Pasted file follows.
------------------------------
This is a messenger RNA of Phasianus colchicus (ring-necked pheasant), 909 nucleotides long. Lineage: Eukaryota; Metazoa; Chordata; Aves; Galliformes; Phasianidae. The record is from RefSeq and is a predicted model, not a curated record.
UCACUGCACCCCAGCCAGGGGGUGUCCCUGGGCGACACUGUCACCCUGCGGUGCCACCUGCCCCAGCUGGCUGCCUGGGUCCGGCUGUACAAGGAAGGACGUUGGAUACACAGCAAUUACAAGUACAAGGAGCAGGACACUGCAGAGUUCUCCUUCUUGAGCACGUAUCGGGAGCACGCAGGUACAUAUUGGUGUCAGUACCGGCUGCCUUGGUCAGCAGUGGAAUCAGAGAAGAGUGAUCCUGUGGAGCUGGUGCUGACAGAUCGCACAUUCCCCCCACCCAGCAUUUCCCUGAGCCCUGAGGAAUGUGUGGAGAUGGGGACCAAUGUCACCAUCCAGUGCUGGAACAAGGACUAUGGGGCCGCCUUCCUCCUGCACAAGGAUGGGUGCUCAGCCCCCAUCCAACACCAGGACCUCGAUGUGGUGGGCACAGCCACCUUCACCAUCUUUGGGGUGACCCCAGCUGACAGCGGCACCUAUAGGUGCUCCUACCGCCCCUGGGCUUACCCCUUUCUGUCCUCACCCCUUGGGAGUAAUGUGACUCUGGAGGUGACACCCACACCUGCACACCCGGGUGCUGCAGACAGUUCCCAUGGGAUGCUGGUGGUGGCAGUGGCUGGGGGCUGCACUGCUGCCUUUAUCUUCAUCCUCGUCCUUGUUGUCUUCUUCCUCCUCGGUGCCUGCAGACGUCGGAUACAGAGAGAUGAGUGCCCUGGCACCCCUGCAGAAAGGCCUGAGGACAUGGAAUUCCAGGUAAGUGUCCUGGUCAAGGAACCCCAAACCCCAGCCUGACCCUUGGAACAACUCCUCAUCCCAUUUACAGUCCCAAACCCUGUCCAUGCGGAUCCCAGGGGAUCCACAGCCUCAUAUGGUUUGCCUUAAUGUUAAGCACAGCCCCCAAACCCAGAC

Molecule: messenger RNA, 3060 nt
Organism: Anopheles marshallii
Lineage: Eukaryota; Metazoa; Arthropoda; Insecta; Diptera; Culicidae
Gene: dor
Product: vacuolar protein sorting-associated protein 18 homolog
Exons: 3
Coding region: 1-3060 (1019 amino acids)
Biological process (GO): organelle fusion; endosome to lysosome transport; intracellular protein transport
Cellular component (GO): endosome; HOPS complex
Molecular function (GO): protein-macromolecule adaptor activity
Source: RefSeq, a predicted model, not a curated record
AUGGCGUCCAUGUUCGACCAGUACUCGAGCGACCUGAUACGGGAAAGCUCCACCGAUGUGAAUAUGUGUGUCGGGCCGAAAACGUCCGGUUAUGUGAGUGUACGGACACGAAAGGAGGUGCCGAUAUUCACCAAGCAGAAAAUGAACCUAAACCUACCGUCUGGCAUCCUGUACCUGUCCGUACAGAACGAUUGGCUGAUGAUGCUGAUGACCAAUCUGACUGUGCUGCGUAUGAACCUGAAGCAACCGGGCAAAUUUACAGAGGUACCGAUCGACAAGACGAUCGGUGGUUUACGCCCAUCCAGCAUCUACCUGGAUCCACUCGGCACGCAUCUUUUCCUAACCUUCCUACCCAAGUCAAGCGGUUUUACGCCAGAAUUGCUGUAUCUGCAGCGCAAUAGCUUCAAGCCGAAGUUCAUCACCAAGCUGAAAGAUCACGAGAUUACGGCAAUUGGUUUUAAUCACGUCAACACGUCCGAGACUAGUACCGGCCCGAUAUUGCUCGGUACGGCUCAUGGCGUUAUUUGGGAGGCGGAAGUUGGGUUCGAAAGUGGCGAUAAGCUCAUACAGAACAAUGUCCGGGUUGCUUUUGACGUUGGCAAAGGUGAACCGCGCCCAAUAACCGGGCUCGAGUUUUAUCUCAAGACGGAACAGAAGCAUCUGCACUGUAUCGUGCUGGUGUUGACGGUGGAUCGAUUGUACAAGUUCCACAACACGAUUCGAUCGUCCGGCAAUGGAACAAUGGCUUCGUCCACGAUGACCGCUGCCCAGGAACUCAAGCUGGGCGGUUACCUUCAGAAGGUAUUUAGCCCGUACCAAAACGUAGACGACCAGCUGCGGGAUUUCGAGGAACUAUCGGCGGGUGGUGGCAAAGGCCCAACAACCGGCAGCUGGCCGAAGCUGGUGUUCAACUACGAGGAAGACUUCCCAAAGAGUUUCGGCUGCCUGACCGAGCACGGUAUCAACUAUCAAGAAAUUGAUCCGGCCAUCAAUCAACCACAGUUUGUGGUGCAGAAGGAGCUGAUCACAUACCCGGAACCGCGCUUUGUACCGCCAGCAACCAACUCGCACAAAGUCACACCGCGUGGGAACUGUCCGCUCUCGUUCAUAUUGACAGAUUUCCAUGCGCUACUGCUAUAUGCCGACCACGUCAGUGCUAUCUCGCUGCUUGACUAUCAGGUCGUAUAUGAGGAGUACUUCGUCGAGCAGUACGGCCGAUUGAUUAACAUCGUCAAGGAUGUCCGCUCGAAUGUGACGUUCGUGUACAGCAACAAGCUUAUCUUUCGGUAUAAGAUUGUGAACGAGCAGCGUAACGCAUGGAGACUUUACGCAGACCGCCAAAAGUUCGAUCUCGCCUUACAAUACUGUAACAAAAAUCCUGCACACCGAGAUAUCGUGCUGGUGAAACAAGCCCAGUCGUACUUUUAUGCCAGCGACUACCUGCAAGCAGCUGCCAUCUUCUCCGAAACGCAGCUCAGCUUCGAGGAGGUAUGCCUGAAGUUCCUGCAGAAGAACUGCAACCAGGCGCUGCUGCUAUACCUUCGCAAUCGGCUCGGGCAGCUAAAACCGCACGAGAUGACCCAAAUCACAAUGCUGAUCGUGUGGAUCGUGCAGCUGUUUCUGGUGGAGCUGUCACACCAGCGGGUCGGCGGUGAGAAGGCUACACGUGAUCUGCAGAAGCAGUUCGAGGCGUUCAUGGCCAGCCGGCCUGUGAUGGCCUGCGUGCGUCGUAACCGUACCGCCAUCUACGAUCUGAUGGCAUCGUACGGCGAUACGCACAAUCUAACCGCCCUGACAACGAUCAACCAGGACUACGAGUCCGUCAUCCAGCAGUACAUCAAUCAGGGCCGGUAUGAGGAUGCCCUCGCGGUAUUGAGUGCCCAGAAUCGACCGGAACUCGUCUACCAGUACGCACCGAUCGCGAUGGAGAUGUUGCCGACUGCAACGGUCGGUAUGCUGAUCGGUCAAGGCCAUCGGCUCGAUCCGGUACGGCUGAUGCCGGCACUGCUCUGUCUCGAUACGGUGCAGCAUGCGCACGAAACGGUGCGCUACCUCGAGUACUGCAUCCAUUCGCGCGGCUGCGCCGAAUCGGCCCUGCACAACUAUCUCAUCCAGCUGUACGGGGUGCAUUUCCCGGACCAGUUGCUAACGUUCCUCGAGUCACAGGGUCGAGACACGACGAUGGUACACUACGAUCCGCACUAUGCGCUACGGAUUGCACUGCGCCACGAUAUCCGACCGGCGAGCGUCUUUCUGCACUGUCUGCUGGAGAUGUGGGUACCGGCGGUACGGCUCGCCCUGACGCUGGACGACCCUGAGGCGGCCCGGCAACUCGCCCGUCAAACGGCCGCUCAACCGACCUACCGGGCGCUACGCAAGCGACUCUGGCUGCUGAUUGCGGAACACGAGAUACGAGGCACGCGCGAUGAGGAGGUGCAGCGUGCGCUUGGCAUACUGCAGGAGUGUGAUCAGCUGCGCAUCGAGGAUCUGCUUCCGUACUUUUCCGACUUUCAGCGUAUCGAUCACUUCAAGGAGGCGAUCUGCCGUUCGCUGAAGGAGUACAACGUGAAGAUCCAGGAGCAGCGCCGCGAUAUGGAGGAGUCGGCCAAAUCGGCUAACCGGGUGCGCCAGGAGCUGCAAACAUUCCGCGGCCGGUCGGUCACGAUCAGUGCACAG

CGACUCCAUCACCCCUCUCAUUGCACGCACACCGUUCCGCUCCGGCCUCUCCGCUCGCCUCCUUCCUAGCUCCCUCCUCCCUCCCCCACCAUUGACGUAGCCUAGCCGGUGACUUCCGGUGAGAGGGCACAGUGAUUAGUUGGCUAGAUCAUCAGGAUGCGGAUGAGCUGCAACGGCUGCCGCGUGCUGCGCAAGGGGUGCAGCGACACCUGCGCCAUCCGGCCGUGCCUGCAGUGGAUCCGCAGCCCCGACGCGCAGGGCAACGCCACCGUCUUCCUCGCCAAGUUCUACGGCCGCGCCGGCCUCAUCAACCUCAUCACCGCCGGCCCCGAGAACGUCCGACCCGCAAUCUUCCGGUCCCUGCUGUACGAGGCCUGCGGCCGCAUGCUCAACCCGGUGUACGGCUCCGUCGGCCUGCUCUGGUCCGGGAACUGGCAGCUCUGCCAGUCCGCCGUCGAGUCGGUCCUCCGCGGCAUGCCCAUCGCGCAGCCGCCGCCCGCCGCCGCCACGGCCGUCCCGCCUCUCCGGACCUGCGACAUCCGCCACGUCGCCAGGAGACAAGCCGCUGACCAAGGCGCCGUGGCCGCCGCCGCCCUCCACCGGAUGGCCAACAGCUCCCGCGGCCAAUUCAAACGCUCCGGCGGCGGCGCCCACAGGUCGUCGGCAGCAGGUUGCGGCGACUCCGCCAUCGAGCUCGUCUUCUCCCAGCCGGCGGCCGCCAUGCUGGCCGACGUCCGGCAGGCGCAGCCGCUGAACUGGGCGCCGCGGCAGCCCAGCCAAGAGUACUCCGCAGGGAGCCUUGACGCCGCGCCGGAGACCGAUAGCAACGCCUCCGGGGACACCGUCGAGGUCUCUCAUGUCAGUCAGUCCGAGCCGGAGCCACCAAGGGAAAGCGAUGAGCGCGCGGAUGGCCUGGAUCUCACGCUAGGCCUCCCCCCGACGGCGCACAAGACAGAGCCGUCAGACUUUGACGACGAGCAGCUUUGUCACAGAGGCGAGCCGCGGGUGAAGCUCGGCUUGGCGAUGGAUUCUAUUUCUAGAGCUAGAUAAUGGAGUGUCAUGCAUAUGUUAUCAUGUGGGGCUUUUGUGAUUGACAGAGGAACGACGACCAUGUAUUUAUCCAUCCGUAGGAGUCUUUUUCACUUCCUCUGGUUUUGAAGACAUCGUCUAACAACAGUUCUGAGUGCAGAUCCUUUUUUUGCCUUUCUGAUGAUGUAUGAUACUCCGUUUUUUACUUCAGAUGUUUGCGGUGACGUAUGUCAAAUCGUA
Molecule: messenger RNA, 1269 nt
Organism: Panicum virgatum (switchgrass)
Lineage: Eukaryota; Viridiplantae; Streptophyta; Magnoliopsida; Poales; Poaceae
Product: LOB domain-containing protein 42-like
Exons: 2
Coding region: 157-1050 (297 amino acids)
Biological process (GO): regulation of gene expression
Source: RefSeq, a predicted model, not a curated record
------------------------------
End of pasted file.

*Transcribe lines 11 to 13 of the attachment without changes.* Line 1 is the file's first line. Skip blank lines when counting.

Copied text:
Cellular component (GO): endosome; HOPS complex
Molecular function (GO): protein-macromolecule adaptor activity
Source: RefSeq, a predicted model, not a curated record